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On Fri, 2005-01-21 at 07:18, Diego Nehab wrote:

> > How? You can't just do a wait loop.
> What are you talking about? You use to block until there
> is something to do. When there is something to do, you use non-blocking
> I/O to get and send everythying you can. 

Yup, but select() and poll() aren't scalable.
Select is a joke. Poll() looks better but it still uses
an array of sockets. To discover which sockets to read
you'd have to scan the array -- that's O(n) which implies
that the procedure isn't scalable.

To be scalable, you want constant time context switching,
although you might put up with O(log n).

Event based notification is O(1). I saw some talk
of a signal based system for Linux to allow proper
asychronous I/O.

Searching an array of 100 sockets wouldn't be a problem.
However, what if you needed 100K? That's just about
the rating of a commercial telephony switch:
600 call/sec * 3 minutes = 108,000 calls.

[Felix was designed for that environment ..literally
one coroutine per phone call, however the system
provided true event driven notification]

The point is just 'round-robin' of all the waiting
coroutines to check each socket in turn is also
linear .. so poll() doesn't really do anything
in this context except perhaps save some overhead.

It's very nice the Lua system *itself* is event based,
and therefore is scalable, but unfortunate that 
it's based on a C function that isn't.

Note that using poll() or select() there is no need
to do non-blocking I/O -- since you know which sockets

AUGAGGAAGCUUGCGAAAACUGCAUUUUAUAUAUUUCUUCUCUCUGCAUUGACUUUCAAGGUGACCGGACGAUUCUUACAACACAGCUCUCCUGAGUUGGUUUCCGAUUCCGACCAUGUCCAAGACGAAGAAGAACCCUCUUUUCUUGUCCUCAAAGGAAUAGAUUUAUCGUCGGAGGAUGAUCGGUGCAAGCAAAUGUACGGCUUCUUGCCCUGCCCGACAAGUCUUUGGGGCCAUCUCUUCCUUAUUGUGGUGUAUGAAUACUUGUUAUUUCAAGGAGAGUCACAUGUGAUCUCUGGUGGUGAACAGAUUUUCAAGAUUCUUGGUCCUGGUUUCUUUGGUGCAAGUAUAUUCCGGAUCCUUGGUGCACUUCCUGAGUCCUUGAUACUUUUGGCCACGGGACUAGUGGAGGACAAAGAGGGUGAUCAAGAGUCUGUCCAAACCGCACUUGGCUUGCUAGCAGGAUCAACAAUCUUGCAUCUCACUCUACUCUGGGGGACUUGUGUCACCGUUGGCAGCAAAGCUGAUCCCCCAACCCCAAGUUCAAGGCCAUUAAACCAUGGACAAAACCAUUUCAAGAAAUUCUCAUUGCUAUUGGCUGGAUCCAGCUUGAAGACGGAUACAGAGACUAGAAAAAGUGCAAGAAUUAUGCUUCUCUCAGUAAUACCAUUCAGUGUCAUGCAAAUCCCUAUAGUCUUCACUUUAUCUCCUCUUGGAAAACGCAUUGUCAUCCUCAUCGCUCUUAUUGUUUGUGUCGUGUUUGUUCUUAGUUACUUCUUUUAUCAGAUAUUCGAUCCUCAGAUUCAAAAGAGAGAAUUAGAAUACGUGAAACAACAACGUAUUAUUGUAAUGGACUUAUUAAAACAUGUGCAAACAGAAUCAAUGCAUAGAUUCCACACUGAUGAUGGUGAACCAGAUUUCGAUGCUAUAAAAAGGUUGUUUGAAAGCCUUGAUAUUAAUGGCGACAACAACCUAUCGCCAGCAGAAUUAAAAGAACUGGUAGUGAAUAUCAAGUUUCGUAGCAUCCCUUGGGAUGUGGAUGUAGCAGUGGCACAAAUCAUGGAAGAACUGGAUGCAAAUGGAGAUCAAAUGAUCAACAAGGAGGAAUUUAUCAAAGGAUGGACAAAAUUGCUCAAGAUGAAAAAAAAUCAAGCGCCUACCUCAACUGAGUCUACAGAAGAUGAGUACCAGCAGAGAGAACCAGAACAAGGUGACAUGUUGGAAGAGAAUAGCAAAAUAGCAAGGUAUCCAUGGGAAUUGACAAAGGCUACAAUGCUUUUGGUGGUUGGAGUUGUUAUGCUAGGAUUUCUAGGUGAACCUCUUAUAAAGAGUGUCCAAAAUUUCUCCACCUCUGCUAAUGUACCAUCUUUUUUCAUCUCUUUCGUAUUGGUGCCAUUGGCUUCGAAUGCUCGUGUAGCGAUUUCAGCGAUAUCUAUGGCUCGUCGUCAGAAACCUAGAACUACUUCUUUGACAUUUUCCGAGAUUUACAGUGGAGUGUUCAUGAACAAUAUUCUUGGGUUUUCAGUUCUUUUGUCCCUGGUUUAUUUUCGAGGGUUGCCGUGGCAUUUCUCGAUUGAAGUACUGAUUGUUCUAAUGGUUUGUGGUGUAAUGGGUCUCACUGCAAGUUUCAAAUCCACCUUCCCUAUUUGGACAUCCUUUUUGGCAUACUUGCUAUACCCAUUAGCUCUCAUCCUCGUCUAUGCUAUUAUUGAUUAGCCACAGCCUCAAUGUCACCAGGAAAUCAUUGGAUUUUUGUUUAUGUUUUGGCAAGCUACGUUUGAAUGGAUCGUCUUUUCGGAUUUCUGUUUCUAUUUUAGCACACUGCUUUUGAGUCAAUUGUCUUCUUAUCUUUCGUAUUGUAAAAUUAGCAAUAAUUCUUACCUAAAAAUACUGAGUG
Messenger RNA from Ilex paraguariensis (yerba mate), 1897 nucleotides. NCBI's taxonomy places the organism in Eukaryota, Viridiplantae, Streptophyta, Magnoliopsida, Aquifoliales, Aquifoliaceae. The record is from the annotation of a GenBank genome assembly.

have data to read you can do a blocking read, and predict
it won't block .. :)

> > I'm sure this isn't the only bug in Windows ..
> > if this doesn't work, Windows is screwed --
> > you *have* to be able to cancel a blocked thread.
> > [If you can't you'd have to kill the whole processes]
> Saying you have to be able doesn't make it so. 


> LuaSocket is about
> portability. Most people can't afford not to use Windows, as sad as that
> can be.

OSX looks interesting -- nice desktop for the
illiterate, unix underneath for us nerds .. :)

> ---
> TerminateThread causes the thread to exit unexpectedly. The thread then
> has no chance to execute any user-mode code and its initial stack in not
> deallocated.


Ouch :)

This can probably be fixed (for socket calls like connect() 
which always block) by simply replacing the call with a thunk,
so that the real blocking operation is converted to a non-blocking
one, and the underlying operation done in a special thread you
know enough about to terminate safely. A bit messy,
and a job for a Win32 system programmer not Lua.

I wonder what Cygwin does ..?

John Skaller,
voice: 061-2-9660-0850, 
snail: PO BOX 401 Glebe NSW 2037 Australia
Checkout the Felix programming language